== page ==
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Utility of routine chest radiography in ocular tuberculosis and sarcoidosis

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BACKGROUND: Tuberculosis (TB) and sarcoidosis commonly present with pulmonary and ocular involvement. Routine chest radiography (CXR) is recommended in the workup for suspected intraocular TB (IOTB) or intraocular sarcoidosis (IOS); however, data on the utility of CXR in this setting are lacking.

METHODS: A post-hoc analysis was performed of a prospectively collected data set comprising 104 patients with uveitis of unknown cause. A pulmonologist and thoracic radiologist, blinded to the final diagnosis, independently reported these CXRs as being in keeping with TB or sarcoidosis.

RESULTS: CXRs were reported as normal/indeterminate (n = 88), probable/previous TB (n = 9) or possible/probable sarcoidosis (n = 8), with a 96% inter-observer concordance. CXRs were more often abnormal in IOS than in IOTB (5/8 vs. 5/34, P = 0.01). CXR had a sensitivity of 14.7%, specificity of 94.3%, positive predictive value (PPV) of 55.6% and negative predictive value (NPV) of 69.5% for IOTB, compared with a sensitivity of 62.5%, specificity of 96.9%, PPV of 62.5% and NPV of 96.9% for IOS. Overall diagnostic accuracy was 54.5% (58.1% in human immunodeficiency virus [HIV] positive participants) in the case of IOTB and 79.9% for IOS.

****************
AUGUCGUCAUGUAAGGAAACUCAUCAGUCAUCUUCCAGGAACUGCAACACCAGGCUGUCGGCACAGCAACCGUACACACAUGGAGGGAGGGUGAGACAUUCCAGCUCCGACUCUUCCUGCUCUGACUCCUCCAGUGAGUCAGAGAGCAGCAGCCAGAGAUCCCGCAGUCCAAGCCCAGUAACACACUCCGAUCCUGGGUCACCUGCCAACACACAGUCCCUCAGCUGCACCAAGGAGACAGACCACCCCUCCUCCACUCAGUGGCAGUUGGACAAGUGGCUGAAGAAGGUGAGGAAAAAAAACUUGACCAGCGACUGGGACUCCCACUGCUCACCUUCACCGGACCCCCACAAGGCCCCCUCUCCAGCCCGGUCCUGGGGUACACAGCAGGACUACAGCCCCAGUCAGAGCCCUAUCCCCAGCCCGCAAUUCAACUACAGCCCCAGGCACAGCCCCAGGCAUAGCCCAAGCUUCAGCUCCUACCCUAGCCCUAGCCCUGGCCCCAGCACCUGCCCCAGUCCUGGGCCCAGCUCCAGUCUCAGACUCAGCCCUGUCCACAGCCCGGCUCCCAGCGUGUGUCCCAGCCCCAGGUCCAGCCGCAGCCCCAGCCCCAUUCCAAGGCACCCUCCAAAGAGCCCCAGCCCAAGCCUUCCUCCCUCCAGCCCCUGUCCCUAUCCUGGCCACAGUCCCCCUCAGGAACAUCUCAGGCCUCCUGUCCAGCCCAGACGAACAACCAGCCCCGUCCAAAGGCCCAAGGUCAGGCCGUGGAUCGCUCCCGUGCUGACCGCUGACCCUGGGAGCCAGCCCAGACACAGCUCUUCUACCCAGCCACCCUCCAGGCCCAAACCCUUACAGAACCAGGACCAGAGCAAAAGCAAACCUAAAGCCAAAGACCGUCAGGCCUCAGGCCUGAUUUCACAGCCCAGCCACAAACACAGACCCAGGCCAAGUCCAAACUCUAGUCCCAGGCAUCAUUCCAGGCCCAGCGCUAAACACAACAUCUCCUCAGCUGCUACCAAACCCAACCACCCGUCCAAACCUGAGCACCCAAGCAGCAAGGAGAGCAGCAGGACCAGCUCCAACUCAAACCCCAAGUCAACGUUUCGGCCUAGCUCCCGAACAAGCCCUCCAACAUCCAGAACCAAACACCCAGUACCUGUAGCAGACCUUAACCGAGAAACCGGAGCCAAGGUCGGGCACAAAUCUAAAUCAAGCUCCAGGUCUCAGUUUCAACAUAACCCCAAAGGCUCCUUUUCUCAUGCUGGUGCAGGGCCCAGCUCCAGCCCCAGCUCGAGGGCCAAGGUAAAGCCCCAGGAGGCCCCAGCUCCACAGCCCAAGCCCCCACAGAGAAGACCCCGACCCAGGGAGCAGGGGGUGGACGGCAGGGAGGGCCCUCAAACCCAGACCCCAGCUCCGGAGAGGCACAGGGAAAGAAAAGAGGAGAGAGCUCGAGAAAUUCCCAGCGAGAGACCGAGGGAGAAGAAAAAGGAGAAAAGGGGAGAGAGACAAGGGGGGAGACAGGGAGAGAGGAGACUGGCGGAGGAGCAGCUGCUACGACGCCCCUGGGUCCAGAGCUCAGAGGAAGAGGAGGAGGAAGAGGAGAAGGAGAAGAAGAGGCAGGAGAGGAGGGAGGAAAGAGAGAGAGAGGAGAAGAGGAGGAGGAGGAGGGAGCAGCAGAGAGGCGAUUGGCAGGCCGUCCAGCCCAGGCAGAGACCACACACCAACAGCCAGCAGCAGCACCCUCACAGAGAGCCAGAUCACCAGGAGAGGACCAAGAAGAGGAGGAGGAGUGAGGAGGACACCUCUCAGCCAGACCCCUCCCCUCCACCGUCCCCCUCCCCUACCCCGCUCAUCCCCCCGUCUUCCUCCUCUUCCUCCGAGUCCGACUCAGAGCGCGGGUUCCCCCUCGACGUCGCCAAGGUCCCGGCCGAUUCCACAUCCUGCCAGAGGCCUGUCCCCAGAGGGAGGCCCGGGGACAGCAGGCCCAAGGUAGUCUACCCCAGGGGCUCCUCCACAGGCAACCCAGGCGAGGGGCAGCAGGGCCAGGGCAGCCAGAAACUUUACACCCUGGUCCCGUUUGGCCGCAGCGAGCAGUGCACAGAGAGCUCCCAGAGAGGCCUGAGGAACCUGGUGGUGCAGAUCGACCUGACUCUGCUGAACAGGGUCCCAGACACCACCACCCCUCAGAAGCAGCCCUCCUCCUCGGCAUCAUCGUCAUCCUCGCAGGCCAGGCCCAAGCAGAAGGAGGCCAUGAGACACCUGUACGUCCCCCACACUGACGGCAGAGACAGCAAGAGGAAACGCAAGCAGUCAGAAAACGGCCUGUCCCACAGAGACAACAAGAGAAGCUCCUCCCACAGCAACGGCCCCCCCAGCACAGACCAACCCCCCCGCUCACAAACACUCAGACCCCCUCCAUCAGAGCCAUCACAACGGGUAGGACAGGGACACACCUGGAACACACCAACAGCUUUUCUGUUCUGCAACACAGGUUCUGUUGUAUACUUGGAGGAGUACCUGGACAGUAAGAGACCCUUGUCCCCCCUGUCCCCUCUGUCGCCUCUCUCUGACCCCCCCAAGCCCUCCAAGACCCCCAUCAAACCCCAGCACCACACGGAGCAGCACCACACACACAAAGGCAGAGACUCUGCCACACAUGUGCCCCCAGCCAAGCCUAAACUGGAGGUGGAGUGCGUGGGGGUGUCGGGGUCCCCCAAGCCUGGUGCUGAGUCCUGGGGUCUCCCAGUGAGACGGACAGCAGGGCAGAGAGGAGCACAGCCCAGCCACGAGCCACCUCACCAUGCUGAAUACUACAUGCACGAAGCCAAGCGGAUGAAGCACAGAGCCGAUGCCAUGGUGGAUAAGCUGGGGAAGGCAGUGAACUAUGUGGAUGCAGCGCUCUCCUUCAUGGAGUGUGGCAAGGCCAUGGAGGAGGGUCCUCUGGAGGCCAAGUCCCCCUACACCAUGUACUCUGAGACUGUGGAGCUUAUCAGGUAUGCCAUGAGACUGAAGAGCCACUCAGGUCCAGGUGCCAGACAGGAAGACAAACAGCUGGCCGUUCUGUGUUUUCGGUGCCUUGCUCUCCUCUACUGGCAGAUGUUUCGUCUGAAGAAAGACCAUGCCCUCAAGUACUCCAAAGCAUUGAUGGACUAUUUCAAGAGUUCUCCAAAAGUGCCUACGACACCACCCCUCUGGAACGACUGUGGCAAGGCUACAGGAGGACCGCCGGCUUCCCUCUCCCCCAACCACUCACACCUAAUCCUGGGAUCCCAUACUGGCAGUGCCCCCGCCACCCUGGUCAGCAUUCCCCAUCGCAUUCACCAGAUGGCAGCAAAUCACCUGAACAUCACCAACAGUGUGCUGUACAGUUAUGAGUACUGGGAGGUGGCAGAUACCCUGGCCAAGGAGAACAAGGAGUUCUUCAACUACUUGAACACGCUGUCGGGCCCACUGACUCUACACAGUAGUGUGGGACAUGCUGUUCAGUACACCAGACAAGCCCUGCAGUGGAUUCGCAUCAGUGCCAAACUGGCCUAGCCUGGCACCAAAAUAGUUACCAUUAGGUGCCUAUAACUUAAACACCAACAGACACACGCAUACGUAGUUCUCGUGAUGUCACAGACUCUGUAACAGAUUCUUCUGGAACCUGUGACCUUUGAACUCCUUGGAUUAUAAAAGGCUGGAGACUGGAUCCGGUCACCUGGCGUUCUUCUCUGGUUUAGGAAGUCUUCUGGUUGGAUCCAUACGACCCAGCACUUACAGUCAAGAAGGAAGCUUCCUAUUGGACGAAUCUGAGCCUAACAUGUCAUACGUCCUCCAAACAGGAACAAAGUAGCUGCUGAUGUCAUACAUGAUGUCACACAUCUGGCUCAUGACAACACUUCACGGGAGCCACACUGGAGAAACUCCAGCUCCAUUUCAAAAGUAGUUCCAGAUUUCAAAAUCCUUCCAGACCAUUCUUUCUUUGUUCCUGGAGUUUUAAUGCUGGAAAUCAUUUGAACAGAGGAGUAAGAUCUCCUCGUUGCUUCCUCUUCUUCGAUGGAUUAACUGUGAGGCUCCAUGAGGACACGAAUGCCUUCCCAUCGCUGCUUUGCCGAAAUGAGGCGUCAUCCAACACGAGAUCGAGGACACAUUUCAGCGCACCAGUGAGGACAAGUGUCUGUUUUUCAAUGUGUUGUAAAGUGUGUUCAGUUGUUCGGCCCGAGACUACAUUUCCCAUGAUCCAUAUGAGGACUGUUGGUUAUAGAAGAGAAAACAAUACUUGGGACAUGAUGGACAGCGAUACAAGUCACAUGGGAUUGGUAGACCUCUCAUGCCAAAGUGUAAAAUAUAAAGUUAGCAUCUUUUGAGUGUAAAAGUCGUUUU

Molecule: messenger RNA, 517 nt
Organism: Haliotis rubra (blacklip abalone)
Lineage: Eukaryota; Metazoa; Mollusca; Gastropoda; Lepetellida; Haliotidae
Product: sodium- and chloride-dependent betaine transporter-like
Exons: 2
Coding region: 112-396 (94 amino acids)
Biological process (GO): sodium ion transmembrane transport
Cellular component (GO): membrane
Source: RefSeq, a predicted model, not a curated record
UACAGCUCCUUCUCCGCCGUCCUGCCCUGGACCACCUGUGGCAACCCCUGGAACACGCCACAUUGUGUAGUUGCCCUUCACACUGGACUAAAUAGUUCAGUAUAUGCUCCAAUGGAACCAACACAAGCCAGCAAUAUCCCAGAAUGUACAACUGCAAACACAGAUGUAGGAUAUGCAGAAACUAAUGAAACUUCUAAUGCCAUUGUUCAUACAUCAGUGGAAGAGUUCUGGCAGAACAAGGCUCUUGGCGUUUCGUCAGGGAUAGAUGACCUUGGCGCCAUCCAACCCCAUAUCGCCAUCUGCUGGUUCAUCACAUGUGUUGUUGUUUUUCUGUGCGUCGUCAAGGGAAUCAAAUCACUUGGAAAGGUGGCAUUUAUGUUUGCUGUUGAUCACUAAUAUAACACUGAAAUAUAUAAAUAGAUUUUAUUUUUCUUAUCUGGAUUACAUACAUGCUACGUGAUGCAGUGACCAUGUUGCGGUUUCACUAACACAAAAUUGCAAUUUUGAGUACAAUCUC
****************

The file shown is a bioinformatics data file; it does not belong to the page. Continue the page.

CONCLUSION: CXR had high specificity and NPV for IOS, and poor overall diagnostic accuracy for IOTB, including in the HIV-positive population.

Keywords: CXR; TB; sarcoidosis; uveitis

Document Type: Research Article

Affiliations: 1: Division of Pulmonology, Department of Medicine 2: Division of Ophthalmology, Department of Surgical Sciences 3: Division of Radiodiagnosis, Department of Medical Imaging and Clinical Oncology, Stellenbosch University, Tygerberg Academic Hospital, Cape Town, South Africa

Publication date: November 1, 2018

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  • The International Journal of Tuberculosis and Lung Disease (IJTLD) is for clinical research and epidemiological studies on lung health, including articles on TB, TB-HIV and respiratory diseases such as COVID-19, asthma, COPD, child lung health and the hazards of tobacco and air pollution. Individuals and institutes can subscribe to the IJTLD online or in print – simply email us at [email protected] for details.

    The IJTLD is dedicated to understanding lung disease and to the dissemination of knowledge leading to better lung health. To allow us to share scientific research as rapidly as possible, the IJTLD is fast-tracking the publication of certain articles as preprints prior to their publication. Read fast-track articles.

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